IMCA Guidelines for Guest Bloggers
Looking to write a blog post for IMCA? Great! We welcome contributions from subject matter experts, as long as you agree to a few basic guidelines. We’ll get to those in a minute.
But first, why are we so picky?
Two reasons. One, our audience is made up of savvy marketing and communications professionals who are short on time and hungry for fresh, quality information that will help them do their jobs better—and we pride ourselves on providing it. Two, search engines are beginning to penalize sites that publish content from guest bloggers, because some sites allow irrelevant content and links, which helps no one but spammers.
OK, let’s get to it.
Guidelines for IMCA Guest Bloggers
Submit relevant content.
We care about the insurance industry. And marketing. And communications. We care about a lot of other stuff too, but we don’t typically publish them in our blog. For example, we’re passionate about diversity and inclusion, but if you’re writing about the topic for us, give it a marcomm slant. Like, five tips to make your insurance communications more inclusive.
Make sure it’s unique.
If a topic has been discussed ad nauseam, it’s probably not for us. We’re looking for fresh, original ideas our readers can’t find anywhere else, particularly as they relate to the insurance industry. There’s a lot of great marketing and communications content out there, but there’s not a lot of content about how it all ties to insurance. Write it, and you’ve got our attention.
Make sure your content is original.
Has your post already been published? If so, it’s not for us. We prefer original pieces we can own. That’s because, while we give credit to authors and encourage you to link to and share your post, we may use your content in other places, such as our newsletter and social media platforms.
Posts must be at least 800 words:
Again, we’re looking for quality here. Our audience wants posts they can learn from. We really want you to dig in to a particular subject, so readers can walk away with new knowledge.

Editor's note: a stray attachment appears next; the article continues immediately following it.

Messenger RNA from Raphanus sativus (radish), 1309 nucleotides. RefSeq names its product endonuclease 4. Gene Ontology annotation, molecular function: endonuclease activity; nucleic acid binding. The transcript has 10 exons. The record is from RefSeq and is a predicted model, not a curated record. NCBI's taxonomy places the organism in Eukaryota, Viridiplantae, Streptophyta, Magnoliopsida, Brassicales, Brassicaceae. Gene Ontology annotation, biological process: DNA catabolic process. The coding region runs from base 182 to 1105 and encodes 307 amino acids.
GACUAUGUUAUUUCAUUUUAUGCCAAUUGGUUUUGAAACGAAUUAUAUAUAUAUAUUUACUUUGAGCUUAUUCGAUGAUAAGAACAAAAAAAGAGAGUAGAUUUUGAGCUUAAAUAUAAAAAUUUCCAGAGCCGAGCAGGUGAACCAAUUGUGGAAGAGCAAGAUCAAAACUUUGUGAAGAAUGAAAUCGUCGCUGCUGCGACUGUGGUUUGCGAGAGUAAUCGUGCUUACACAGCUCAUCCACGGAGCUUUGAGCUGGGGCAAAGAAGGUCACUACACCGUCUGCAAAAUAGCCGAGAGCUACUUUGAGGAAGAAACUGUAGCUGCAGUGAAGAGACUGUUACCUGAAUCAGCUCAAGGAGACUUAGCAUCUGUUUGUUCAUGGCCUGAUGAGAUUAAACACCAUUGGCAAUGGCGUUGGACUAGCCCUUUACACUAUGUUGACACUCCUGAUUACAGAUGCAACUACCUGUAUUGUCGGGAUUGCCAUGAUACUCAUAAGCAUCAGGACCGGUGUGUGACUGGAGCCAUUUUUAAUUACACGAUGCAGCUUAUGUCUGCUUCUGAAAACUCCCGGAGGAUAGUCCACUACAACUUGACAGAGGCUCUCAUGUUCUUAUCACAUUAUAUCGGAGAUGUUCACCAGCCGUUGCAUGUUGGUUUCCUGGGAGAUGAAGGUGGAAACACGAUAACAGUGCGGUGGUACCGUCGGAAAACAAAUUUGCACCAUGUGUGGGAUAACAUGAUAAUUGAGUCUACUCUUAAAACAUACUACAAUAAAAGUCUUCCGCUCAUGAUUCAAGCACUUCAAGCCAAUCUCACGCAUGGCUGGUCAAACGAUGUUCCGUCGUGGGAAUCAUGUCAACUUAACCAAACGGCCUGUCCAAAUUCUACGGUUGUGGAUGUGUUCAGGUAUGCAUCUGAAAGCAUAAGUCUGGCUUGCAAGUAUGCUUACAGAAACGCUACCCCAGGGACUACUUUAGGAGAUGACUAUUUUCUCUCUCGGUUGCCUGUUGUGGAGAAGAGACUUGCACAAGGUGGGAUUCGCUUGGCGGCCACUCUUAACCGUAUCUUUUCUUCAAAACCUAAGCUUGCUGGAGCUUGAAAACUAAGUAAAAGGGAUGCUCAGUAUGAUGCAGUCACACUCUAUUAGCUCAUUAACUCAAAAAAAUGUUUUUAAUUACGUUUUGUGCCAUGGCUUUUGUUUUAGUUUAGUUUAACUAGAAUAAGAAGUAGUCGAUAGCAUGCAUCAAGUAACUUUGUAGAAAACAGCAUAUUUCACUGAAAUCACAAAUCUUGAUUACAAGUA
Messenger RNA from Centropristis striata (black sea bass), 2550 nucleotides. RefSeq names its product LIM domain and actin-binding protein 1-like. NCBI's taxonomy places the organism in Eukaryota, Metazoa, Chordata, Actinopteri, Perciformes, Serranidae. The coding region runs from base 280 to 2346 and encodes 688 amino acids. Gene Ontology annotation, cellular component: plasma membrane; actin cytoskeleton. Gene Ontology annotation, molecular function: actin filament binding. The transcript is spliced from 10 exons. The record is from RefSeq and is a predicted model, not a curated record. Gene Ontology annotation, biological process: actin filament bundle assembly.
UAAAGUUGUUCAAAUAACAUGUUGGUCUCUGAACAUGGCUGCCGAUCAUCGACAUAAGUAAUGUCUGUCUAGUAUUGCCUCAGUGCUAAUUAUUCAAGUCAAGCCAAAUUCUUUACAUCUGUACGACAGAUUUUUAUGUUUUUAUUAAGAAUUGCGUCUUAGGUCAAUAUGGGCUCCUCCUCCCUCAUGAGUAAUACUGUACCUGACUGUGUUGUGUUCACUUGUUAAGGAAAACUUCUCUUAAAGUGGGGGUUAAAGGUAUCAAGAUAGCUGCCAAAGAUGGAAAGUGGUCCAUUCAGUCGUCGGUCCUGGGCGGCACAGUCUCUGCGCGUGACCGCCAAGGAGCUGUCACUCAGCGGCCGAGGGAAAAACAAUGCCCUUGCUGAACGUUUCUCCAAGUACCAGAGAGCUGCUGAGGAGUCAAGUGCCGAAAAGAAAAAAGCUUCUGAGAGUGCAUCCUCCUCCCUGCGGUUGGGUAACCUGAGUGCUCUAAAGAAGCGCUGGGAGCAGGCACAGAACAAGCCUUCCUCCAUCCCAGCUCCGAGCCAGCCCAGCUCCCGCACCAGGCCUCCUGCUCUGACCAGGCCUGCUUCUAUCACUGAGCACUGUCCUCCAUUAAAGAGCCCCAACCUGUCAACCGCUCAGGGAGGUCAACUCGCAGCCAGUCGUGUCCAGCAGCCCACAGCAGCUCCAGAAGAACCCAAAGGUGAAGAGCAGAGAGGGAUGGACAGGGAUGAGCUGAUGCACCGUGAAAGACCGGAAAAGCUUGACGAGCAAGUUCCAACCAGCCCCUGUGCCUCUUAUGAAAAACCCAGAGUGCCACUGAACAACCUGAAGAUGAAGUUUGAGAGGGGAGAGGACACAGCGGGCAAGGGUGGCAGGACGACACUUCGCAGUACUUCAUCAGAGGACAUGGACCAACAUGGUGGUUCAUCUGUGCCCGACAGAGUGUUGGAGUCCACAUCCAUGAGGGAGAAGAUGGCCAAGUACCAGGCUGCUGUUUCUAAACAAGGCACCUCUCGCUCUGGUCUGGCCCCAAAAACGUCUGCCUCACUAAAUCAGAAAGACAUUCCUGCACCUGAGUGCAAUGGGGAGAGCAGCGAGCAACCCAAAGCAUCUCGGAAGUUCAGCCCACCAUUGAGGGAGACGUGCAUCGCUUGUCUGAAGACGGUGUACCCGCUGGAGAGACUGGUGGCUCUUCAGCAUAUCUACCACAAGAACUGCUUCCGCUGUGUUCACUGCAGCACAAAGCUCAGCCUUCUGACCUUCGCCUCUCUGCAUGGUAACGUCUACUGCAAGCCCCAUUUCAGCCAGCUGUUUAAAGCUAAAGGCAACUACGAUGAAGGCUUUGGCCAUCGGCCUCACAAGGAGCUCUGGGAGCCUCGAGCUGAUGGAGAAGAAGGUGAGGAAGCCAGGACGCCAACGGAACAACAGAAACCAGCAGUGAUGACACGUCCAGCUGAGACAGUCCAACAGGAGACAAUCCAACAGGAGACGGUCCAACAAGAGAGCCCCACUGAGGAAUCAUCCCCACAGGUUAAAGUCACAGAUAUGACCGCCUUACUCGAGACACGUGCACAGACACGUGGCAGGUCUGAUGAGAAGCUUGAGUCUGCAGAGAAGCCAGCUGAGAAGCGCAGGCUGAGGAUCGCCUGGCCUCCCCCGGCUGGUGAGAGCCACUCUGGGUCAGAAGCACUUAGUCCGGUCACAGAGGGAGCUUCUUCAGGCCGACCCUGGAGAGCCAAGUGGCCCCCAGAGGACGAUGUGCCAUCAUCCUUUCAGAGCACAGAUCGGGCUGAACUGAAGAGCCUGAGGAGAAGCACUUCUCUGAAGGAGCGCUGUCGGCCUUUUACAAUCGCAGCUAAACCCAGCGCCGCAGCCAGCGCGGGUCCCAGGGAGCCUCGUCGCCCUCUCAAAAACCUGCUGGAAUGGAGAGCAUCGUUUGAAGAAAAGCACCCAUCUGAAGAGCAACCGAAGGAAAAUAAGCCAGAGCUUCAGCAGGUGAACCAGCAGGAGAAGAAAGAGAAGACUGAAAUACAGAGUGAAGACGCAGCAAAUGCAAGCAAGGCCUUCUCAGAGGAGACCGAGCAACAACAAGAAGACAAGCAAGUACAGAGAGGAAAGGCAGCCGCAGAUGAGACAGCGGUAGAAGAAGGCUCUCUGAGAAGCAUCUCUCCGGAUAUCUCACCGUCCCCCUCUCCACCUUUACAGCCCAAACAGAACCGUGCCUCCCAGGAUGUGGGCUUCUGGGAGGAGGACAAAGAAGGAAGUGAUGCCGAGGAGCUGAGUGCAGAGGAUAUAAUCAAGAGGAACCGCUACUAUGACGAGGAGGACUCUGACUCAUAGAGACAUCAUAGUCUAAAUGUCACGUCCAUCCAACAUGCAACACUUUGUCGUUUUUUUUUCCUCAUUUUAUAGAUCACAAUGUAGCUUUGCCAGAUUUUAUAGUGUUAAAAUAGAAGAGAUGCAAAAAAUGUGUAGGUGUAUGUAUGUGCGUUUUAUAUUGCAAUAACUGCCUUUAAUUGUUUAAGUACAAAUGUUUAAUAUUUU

Links are okay—for the most part.
It’s okay to link to other quality content and to your website. The key here is quality. Ask yourself whether the link will benefit our readers. If the answer is yes, link away.
We care about grammar and spelling. We’re sort of old-fashioned like that, and so are our readers. We’ll review your work on our end, so don’t let it paralyze you, but do proofread.
We like authors who reply to comments. If we post your piece on LinkedIn, we like it if you’d stick around to engage with our audience in the comments section.
A few other points to keep in mind:
Our audience includes marketing and communications professionals who work in the insurance industry. Their level of experience varies. Some are new to marketing and insurance, some are new to insurance but have had long marcomm careers, some grew up in insurance but are new to communications…you get the picture. Be sure your information is understandable to a wide experience level, or set expectations up front. It’s okay to write an “intro to” piece—just be clear what the post is about so that an experienced marketer won’t invest too much time reading it.
- We prefer posts that are conversational in tone and easy to understand.
- Although we are an international organization, we post content in English.
- Submissions will be edited for clarity and to conform to our house style, which is largely based on AP Style.
- Please submit a two- to three-sentence bio, a headshot, and a link to your company along with your post.
- We encourage images as long as you own the rights. Please provide a caption and photo credit.
- Before you start writing, it’s a good idea to send us a two- to three-sentence pitch to see if your topic is a good fit.
Got a question? Want to send us a pitch? Email Megan Flanagan at firstname.lastname@example.org